At a glance
The health sector receives one of the largest shares of development assistance among social sectors. In 2018, funding for global health stood at US$23.0 billion, a 9%-decrease compared to US$25.3 billion in 2017 (the all-time high), however, funding in 2018 was still slightly above 2014 levels (US$20.9 billion). The share of spending on global health within total development assistance fluctuates between 12% and 14% (12% in 2018).
2016 is the latest year for which full data (including donors’ multilateral contributions to the health sector) is available from the Organisation for Economic Co-operation and Development's (OECD) Development Assistance Committee (DAC). In that year, the largest donor, by far, was the United States (US$10.3 billion). It was followed by the United Kingdom (US$2.5 billion), Germany (US$1.3 billion), France (US$1.0 billion), and Japan (US$883 million).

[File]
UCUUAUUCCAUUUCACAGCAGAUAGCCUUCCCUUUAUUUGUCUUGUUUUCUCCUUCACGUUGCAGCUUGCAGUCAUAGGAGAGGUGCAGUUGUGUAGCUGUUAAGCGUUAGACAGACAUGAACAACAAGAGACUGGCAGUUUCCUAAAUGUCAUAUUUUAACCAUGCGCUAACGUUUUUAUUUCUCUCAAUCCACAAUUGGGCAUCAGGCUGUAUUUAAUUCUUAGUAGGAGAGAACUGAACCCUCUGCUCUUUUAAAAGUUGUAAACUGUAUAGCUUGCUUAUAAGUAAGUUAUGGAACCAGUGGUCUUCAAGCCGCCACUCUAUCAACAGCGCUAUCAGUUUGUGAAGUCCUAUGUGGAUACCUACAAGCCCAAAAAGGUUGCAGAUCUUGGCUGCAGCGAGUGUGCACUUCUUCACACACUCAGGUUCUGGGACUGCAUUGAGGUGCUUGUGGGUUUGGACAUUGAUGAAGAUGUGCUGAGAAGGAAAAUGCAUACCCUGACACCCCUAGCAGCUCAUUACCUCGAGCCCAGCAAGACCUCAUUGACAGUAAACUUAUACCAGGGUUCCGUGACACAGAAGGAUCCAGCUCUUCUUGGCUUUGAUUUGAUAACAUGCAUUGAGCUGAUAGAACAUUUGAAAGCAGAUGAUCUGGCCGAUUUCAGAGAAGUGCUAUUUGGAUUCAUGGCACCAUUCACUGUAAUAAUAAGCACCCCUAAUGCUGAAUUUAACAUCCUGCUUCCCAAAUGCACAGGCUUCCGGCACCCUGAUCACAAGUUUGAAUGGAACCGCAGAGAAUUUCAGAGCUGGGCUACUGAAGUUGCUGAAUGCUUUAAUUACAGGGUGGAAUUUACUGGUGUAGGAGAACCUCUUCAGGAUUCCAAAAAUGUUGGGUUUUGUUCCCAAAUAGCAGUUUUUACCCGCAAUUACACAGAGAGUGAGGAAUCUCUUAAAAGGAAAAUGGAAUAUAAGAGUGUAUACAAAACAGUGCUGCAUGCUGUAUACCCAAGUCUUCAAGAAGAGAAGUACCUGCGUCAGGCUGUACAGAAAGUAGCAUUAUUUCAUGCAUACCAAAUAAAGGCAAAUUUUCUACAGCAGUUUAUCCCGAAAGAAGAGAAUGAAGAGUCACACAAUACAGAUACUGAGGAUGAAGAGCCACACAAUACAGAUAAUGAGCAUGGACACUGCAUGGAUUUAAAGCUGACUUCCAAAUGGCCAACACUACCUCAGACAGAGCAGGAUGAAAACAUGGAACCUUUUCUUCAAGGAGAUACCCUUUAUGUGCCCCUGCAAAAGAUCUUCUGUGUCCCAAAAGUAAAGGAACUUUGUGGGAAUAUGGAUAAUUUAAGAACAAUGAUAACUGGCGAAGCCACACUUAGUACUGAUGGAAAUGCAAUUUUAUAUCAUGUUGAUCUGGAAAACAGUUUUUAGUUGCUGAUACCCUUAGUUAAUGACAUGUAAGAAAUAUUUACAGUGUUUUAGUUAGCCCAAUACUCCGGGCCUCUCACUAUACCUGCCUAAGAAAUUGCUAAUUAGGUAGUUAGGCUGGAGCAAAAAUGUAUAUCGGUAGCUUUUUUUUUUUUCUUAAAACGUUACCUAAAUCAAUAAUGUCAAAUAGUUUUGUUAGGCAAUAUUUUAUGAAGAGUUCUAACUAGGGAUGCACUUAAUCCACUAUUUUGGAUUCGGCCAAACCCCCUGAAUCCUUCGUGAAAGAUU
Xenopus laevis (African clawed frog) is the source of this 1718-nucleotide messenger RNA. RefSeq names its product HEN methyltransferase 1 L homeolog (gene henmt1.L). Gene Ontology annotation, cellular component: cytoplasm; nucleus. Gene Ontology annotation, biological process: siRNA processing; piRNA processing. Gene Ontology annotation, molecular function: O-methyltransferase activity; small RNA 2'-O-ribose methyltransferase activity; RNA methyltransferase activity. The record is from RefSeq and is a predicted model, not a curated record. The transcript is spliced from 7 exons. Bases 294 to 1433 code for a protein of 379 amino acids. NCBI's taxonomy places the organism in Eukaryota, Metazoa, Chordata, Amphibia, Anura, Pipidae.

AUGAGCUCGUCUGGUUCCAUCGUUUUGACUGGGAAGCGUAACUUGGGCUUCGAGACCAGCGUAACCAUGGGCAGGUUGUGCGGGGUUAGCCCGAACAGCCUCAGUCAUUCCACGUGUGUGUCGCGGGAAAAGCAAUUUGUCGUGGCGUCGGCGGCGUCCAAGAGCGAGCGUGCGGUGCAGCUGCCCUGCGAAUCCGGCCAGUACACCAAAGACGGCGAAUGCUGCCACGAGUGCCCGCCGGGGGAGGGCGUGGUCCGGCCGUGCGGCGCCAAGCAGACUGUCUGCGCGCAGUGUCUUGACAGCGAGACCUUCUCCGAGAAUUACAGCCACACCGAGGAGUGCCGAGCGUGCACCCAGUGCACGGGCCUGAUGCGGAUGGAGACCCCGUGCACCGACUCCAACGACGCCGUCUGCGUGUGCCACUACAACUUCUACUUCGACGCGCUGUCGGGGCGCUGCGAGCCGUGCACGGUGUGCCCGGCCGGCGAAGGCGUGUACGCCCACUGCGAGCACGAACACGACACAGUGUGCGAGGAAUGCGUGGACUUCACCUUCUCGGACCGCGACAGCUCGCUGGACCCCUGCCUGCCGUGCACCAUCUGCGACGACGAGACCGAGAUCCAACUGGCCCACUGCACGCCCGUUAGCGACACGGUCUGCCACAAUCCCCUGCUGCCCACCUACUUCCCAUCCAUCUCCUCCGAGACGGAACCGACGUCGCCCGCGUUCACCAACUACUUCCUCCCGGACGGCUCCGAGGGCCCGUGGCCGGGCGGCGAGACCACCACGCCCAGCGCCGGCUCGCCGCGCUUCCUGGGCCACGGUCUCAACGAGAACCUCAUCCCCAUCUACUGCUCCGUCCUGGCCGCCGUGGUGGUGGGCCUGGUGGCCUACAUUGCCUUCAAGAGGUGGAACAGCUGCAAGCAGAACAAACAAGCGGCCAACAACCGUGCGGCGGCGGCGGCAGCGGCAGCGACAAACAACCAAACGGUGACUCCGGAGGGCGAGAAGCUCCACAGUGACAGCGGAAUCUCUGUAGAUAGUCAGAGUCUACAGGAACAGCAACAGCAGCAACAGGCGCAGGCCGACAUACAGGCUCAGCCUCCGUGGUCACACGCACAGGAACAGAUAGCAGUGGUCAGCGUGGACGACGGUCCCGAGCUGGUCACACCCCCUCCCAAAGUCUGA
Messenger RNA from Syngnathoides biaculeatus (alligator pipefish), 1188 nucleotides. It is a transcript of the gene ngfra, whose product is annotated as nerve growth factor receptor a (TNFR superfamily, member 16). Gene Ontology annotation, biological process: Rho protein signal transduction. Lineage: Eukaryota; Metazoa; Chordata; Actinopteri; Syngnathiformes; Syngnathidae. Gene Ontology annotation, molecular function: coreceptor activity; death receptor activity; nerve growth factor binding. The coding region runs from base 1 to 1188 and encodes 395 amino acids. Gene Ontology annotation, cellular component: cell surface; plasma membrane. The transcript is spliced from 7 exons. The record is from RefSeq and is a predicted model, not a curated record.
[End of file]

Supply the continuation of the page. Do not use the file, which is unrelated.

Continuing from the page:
The share of total development assistance spent on health varies from donor to donor. In relative terms, the largest DAC donors to health in 2016 were the US (28% of their total development assistance funding), Canada (19%), Luxembourg (16%), the UK (13%), and Ireland (13%).
Looking at bilateral ODA only, allows a more up-to-date analysis, although it provides an incomplete picture of total funding for global health. This is especially true given that contributions to multilateral organizations often constitute a large part of a donor’s funding in this sector. When considering only the bilateral portion of donors’ ODA for health, the top donors in 2018 were the United States (US$8.6 billion), the United Kingdom (US$1.8 billion), Germany (US$827 million), Canada (US$566 million) and EU institutions (US$543 million).
Note that to avoid double-counting, EU institutions are not included as a donor in the ranking of total health ODA.